Variability in Retronasal Odor Identification Among Patients With Chronic Rhinosinusitis

Kimia G. Ganjaei, Zachary M. Soler, Kristina A. Storck, Nicholas R. Rowan, Florence A. Othieno, Rodney J. Schlosser

Research output: Contribution to journalArticlepeer-review

7 Scopus citations


Background: Retronasal olfaction is important in flavor detection and enjoyment. The ability to identify specific individual retronasal odors may play a role in quality of life for patients with chronic rhinosinusitis (CRS). Objective: To identify patterns and improve understanding of retronasal identification of individual odors in CRS patients. Methods: Patients diagnosed with CRS underwent retronasal and orthonasal (Sniffin’ Sticks) olfactory testing and taste testing (taste strips). Retronasal identification was tested with presentation of flavored powders on the posterior tongue. Retronasal identification for individual odors was compared with results of orthonasal and taste testing. Results: Seventy participants were evaluated. Retronasal identification correlated with orthonasal identification and discrimination for most individual odors. Among all patients, cinnamon and apple were identified better retronasally and banana better orthonasally (P <.05). Anosmics identified retronasal orange, cinnamon, mushroom, coffee, smoked ham, peach, ginger, grape, and cheese more than would be expected by chance for a forced-choice paradigm with 3 distractor items (P <.05), and this was independent of objective taste function for most odors. Conclusion: Retronasal and orthonasal identification of most odors correlate in CRS patients; however, patients with anosmia can still identify certain retronasal odors more often than expected. These odors do not appear to stimulate gustatory pathways and may involve trigeminal stimulation. Understanding preserved retronasal neural stimuli may allow providers to improve eating-related quality of life in these patients.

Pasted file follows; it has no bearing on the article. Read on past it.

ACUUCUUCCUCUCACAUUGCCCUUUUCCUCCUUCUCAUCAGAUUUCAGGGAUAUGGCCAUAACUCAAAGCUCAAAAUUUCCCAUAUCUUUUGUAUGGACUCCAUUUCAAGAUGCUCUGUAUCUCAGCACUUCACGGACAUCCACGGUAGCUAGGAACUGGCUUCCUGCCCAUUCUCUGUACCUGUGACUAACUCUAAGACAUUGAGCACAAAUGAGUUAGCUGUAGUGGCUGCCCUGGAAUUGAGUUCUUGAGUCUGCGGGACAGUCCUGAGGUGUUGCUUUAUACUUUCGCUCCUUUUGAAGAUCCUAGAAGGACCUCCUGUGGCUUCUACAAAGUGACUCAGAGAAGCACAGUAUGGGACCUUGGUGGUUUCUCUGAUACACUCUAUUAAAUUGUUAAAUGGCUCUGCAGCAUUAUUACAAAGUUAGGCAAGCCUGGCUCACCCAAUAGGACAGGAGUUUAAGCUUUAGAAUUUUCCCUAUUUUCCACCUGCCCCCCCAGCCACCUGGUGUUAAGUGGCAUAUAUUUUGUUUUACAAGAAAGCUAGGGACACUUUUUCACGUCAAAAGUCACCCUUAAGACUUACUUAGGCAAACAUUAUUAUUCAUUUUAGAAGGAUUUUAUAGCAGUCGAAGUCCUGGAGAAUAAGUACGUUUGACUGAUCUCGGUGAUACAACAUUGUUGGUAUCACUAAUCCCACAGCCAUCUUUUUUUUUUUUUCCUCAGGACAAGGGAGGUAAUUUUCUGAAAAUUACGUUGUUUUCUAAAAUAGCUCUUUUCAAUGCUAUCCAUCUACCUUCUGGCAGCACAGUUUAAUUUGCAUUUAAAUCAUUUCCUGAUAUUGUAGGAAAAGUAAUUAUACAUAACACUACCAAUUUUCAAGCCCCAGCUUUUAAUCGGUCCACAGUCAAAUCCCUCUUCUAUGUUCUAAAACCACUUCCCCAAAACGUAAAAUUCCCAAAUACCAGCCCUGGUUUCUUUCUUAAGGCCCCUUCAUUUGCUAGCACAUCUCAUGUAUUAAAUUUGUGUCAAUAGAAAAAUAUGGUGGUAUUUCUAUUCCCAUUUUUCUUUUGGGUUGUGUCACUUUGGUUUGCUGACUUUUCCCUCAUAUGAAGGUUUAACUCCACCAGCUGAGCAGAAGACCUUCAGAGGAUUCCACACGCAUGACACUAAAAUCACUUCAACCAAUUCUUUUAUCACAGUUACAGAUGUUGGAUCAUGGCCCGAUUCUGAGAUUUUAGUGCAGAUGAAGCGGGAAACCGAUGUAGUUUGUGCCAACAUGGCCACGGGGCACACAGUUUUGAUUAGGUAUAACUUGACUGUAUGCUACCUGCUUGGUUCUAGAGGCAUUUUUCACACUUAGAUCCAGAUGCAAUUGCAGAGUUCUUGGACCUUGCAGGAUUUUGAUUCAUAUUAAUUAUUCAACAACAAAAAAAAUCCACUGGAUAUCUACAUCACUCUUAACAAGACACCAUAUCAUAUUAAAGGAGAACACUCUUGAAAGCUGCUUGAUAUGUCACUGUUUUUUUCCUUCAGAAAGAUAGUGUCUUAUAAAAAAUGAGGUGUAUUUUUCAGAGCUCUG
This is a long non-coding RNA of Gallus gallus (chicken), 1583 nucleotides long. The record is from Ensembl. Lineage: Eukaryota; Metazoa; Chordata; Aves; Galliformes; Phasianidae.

Original languageEnglish (US)
Pages (from-to)424-431
Number of pages8
JournalAmerican Journal of Rhinology and Allergy
Issue number5
StatePublished - Sep 1 2018
Externally publishedYes


  • Sniffin’ Sticks
  • anosmia
  • chronic rhinosinusitis
  • olfaction
  • orthonasal
  • retronasal
  • taste

ASJC Scopus subject areas

  • Immunology and Allergy
  • Otorhinolaryngology


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